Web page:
Saturday, May 4, 2013

punk couture links

---"I have to obey your orders?" --Reese Witherspoon

---Wes Anderson's Monsieur Hulot ad

---the opening scene of Children of Men

---"Things are boring! People are ugly! Go online and stay online!"

---"Postfeminism is forgoing freedoms or equal rights in the name of prettier dresses, more expensive make-up, and other sartorial 'freedoms' to consume."  --Anne Helen Petersen

---"Holy Motors Randomised" by Dan North

---"Schrader has mixed feelings about the process. 'The new technology allows people to make films very, very cheaply, but it also unhinges the vital connection that has existed for over 100 years between capitalism and motion pictures.' Filmmakers are now free, he explains, to 'make movies the same way you can make poetry, songs, paintings. You can make it for no money.' However, the disconnect between supply (audience) and demand (filmmaker) inherent in capitalism means that 'we are in an era when you can make a film for nobody.'

He soberly noted that of the thousands of films submitted to Sundance last year, only 100 or so were chosen and of those only a handful landed distribution deals. 'The entire dilemma of filmmaking has changed. It used to be how you get the money to make the film. Now it’s how do you get anybody to see it?'"

---a plane crash in Afghanistan

---"punk’s spirit of negation is a very seductive thing. It’s what makes Lydon’s voice on those Sex Pistols recordings so gripping. (His lifelong ability to ooze disdain is really nothing short of a superpower—I can’t even imagine him ordering a salad without making it a confrontation.) It’s corrosive, and the great value of corrosive energies has always been for cleaning things, scouring away the buildup of empty values."

---Young Frankenstein outtakes

---"In the Costume Institute’s compendious catalogue for the 'Punk' exhibition is an amazing photograph of Television’s Tom Verlaine and Richard Hell (who would go their separate ways) standing torn and frayed in a harsh glare of interrogative light that fuses German Expressionism, Depression-era vagabondage, and a crime-scene blast of Weegee’s flashbulb into a fashion anti-statement. In such early glimpses, punk looks indistinguishable from impoverishment, a barely-scraping-by that was echoed across the ocean by Johnny Rotten’s ode to safety pins, which held the rips of his jacket together like sutures—an aesthetic born of necessity. (The catalogue’s juxtaposition of 70s images of real punks in their slashed, shredded, zippered, parachutist, Baader-Meinhof-ish, mental-ward-straitjacketed, plastic-garbage-bag getups with the luxury-item homages and appropriations of high-fashion maestros is jarring, even dismaying—so much more originality in the originals!)"  --James Wolcott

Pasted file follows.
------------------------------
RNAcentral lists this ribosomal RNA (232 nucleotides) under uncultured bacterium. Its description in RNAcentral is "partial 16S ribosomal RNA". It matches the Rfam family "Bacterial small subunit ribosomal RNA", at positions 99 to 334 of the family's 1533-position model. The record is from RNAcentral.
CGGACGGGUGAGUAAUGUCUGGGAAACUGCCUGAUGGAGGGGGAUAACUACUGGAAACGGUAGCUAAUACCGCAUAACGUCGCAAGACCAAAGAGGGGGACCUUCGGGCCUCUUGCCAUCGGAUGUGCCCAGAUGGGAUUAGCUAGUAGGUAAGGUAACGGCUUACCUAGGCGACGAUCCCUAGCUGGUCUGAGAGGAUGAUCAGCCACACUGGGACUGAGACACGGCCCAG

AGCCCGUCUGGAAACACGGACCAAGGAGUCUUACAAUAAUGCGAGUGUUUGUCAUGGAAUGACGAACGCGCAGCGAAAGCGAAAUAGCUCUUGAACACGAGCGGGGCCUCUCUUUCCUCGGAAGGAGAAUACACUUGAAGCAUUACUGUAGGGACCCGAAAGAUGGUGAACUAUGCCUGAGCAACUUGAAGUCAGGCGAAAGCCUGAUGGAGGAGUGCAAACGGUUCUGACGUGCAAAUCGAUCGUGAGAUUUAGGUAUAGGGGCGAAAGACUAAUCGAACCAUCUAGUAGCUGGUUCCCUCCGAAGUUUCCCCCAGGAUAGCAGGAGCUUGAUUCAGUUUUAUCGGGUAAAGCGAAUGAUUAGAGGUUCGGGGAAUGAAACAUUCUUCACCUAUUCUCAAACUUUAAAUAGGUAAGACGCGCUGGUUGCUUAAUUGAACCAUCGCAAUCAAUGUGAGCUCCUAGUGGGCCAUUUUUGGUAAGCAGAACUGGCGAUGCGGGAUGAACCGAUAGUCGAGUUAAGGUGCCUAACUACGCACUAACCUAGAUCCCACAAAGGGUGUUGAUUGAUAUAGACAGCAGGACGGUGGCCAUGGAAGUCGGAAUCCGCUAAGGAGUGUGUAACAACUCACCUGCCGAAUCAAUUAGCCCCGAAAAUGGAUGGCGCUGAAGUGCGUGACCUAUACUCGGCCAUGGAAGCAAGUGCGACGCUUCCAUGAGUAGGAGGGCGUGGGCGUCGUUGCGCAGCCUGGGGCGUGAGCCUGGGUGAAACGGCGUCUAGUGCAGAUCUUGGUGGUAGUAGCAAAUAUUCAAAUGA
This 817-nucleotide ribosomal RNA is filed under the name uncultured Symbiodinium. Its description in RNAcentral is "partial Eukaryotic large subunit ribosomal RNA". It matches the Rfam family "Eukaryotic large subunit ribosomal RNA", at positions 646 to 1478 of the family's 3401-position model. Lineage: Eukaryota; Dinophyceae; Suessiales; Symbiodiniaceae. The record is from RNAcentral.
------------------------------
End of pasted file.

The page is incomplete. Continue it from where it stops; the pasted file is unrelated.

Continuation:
---Pure

---"Repo Man, released in early 1984, was the first feature film by a twenty- nine-year-old British UCLA film school graduate named Alex Cox. Even now, the film’s existence seems implausible. It is an apocalypse tale with no doomsday, a punk movie with no concert, a science fiction story with less than ten seconds of aliens."

---"Tell Renee she's not allowed to run faster than me." --Tom Cruise

---"How Quickly the US Got Fat"

---using Google Glass

---He says he doesn’t remember exactly why he and Lee decided to start burglarizing celebrities’ homes, except that 'these were women with, like, fashion sense. Rachel watched The Hills, Gossip Girl—all those shows. She loved their clothes.' They started 'checking up on celebrity Web sites. We’d be like a little research team.' They’d drive by celebrities’ homes to do surveillance, figuring out how to get in.

They picked Paris Hilton as their first victim, Prugo said, because they figured she was 'dumb.' 'Like, who would leave a door unlocked? Who would leave a lot of money lying around?'"

---My Recurring Dream

---trailers for The Pervert's Guide to Ideology, The East, Much Ado About Nothing, and Violet & Daisy

---"As in 2011, when he shot Frances Ha, Baumbach was working with a digital camera, in a low-key, almost covert way. There was nothing about the project in Variety or on IMDb. For the permit paperwork, Baumbach had chosen a misleading and dull working title: Untitled Public School Project. (Frances Ha was Untitled Digital Workshop.) New York pedestrians know that a film production involves, at the least, a basket of unripe fruit under a white tent, and a lot of cables. In the absence of that—a small huddle around a camera, in the dark, as Kirke hurried across the street toward Gerwig, at a flower stand—Baumbach’s operation was almost invisible. A passerby explained knowingly to his friends, 'This is N.Y.U.-land.'"

---Movies in color

---Oblivion's FX montage

---"The assistant laid down the box, opening it to unfurl folds of acid-free archival tissue. Gently, she lifted up a few sheets, revealing her treasure: a dingy, ripped 'Anarchy in the U.K.' Sex Pistols T-shirt, sized to fit a child or an extremely hard-living rock star. There also was T-shirt after well-worn T-shirt, with punchy slogans and graphic images — many faded, with pit stains and rings around the collars. The assistant held up a scribbled black one. 'We have to make sure we don’t remove that safety pin,' she said, reverentially.  --From "Haute Punk"

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